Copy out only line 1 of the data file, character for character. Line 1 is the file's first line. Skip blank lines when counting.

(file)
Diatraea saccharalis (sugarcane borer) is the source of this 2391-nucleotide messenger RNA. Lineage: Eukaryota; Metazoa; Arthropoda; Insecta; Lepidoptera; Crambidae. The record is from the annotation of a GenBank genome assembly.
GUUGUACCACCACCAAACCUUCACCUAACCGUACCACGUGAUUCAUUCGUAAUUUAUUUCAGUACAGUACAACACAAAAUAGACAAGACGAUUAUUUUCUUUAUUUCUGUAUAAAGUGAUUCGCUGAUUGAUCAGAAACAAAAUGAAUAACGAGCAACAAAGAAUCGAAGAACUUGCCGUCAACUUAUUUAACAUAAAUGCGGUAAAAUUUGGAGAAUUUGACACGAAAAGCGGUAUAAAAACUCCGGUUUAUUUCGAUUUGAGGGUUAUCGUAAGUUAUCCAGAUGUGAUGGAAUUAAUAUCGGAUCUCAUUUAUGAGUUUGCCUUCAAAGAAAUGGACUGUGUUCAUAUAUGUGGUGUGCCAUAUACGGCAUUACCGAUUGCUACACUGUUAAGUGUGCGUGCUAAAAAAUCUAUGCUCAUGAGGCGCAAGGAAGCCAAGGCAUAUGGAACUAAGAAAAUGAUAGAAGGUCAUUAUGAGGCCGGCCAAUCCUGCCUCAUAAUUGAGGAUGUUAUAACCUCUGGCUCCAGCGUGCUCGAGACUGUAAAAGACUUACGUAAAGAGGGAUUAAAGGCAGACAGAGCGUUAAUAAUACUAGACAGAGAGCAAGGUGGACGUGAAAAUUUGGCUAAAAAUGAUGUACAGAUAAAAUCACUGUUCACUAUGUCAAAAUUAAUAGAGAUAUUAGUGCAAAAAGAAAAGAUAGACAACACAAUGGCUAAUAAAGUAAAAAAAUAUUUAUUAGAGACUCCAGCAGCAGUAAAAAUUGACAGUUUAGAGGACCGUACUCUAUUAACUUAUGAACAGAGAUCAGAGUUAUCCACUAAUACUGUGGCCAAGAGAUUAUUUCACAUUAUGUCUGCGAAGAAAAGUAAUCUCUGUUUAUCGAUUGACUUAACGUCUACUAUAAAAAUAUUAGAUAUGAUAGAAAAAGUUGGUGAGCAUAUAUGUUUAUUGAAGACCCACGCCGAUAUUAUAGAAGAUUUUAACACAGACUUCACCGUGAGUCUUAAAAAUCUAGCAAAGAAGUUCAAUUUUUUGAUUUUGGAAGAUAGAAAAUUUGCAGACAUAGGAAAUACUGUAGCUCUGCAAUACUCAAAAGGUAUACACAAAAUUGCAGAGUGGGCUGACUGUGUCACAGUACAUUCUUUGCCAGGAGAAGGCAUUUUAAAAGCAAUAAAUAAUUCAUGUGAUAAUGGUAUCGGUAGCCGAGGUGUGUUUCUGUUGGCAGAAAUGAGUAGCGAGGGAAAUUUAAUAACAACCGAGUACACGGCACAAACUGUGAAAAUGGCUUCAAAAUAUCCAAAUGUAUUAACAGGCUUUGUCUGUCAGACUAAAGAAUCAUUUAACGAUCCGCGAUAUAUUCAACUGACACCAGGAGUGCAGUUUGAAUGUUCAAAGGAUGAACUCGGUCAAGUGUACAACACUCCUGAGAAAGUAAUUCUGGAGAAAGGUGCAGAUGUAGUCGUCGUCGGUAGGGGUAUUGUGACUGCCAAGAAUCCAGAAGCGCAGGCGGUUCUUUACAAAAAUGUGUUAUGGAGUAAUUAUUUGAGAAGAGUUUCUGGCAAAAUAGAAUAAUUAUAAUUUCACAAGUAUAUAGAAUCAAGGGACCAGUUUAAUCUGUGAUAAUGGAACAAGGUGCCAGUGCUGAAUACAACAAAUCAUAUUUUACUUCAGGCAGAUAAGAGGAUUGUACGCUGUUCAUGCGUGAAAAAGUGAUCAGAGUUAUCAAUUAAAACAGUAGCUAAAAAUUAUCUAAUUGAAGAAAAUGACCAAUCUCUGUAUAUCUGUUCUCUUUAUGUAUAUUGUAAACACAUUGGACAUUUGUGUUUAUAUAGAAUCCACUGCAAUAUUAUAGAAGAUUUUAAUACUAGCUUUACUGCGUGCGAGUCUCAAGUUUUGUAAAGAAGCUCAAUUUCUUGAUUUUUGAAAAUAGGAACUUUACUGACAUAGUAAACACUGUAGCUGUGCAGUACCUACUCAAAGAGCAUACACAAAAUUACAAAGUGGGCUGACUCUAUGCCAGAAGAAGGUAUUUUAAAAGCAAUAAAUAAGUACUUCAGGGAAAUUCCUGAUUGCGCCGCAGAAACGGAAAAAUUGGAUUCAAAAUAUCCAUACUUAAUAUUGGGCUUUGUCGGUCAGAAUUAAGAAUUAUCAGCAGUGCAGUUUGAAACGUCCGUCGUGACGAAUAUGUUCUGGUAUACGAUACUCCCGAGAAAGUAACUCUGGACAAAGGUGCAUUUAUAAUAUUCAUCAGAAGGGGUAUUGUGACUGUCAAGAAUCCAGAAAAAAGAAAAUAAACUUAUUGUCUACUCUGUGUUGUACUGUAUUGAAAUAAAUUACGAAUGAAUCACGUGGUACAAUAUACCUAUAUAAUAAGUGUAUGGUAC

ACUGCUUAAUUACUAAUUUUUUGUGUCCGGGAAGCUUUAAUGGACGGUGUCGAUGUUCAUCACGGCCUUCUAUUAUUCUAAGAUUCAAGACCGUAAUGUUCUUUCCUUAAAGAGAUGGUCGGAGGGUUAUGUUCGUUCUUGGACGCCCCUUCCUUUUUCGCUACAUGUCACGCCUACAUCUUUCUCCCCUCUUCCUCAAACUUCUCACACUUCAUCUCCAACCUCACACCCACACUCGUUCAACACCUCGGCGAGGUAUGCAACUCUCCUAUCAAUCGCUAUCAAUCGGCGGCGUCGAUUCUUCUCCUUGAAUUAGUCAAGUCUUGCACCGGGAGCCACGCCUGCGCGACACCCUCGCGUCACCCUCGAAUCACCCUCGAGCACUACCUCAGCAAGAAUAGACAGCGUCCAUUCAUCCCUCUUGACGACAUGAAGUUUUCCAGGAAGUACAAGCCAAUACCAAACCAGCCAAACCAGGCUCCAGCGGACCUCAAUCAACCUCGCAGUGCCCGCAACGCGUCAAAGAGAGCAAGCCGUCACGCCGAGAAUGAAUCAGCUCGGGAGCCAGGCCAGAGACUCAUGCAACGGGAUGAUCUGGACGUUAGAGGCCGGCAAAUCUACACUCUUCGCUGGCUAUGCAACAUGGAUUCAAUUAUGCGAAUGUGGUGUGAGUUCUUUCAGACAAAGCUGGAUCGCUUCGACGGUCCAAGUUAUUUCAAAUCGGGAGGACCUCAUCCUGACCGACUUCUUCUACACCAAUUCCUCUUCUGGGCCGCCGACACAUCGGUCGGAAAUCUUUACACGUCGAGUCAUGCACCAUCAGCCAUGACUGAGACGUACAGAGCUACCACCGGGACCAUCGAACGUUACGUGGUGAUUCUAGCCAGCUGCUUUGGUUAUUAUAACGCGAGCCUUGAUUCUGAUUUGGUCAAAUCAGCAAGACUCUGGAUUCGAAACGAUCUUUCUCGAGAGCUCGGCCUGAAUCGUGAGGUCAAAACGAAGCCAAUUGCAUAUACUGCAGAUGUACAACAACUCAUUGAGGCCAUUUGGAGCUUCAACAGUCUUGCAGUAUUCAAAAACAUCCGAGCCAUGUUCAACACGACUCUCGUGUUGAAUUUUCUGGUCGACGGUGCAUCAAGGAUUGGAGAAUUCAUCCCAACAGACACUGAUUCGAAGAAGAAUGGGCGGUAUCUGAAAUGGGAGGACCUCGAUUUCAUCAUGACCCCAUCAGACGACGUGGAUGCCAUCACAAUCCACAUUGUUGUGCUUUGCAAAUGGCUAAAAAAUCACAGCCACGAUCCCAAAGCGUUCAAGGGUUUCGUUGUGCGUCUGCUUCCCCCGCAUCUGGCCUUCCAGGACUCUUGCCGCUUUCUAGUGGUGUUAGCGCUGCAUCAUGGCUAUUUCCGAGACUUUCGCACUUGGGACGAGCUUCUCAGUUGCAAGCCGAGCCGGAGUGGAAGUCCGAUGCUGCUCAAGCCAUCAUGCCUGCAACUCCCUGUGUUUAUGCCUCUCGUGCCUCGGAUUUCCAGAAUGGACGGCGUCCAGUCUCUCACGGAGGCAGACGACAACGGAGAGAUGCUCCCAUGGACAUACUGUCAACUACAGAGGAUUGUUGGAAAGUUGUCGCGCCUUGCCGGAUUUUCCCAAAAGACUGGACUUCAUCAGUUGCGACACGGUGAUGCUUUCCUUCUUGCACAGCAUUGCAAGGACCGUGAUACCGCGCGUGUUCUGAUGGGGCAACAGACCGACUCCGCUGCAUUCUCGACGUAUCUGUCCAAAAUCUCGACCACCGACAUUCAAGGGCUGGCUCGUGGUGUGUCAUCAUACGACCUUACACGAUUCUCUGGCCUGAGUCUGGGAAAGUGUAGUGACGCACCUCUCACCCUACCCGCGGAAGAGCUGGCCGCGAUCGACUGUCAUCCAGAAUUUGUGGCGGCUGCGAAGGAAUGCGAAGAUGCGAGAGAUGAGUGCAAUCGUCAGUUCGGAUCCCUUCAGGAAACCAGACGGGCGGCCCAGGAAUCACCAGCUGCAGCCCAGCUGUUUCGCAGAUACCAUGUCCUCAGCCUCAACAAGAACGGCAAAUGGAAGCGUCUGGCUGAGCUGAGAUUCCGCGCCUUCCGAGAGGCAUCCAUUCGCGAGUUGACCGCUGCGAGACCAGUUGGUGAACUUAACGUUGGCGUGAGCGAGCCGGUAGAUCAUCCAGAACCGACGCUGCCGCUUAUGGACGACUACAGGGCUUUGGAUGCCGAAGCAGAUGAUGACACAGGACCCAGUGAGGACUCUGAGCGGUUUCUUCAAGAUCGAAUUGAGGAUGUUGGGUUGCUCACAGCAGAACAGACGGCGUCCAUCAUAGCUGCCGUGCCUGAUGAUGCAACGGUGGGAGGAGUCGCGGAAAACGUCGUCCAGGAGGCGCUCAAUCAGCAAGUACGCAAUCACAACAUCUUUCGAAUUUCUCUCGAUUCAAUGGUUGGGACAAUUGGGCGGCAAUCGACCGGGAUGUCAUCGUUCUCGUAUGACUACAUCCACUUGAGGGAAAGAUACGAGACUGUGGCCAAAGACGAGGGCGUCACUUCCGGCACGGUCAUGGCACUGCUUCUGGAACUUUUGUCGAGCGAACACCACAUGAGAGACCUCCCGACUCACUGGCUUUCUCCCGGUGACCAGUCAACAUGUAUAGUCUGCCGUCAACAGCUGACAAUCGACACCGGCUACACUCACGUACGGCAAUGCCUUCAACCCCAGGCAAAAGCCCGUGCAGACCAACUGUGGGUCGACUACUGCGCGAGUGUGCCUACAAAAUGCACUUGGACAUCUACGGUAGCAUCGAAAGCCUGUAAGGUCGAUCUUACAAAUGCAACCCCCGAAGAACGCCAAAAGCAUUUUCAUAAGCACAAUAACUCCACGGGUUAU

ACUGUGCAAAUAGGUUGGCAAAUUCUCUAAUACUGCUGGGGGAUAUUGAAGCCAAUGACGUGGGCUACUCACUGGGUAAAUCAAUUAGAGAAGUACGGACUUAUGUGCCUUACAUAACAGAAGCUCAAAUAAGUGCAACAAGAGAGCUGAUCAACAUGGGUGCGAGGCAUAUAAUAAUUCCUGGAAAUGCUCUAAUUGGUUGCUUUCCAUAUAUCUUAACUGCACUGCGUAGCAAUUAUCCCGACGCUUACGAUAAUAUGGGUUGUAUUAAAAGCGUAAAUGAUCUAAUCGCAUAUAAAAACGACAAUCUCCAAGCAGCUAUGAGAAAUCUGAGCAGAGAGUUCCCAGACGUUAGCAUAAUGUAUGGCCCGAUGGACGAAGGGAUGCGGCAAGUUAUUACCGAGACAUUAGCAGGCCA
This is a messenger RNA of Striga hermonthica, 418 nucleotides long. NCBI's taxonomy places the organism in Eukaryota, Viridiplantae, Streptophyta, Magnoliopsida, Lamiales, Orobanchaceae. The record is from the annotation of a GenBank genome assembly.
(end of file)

Diatraea saccharalis (sugarcane borer) is the source of this 2391-nucleotide messenger RNA. Lineage: Eukaryota; Metazoa; Arthropoda; Insecta; Lepidoptera; Crambidae. The record is from the annotation of a GenBank genome assembly.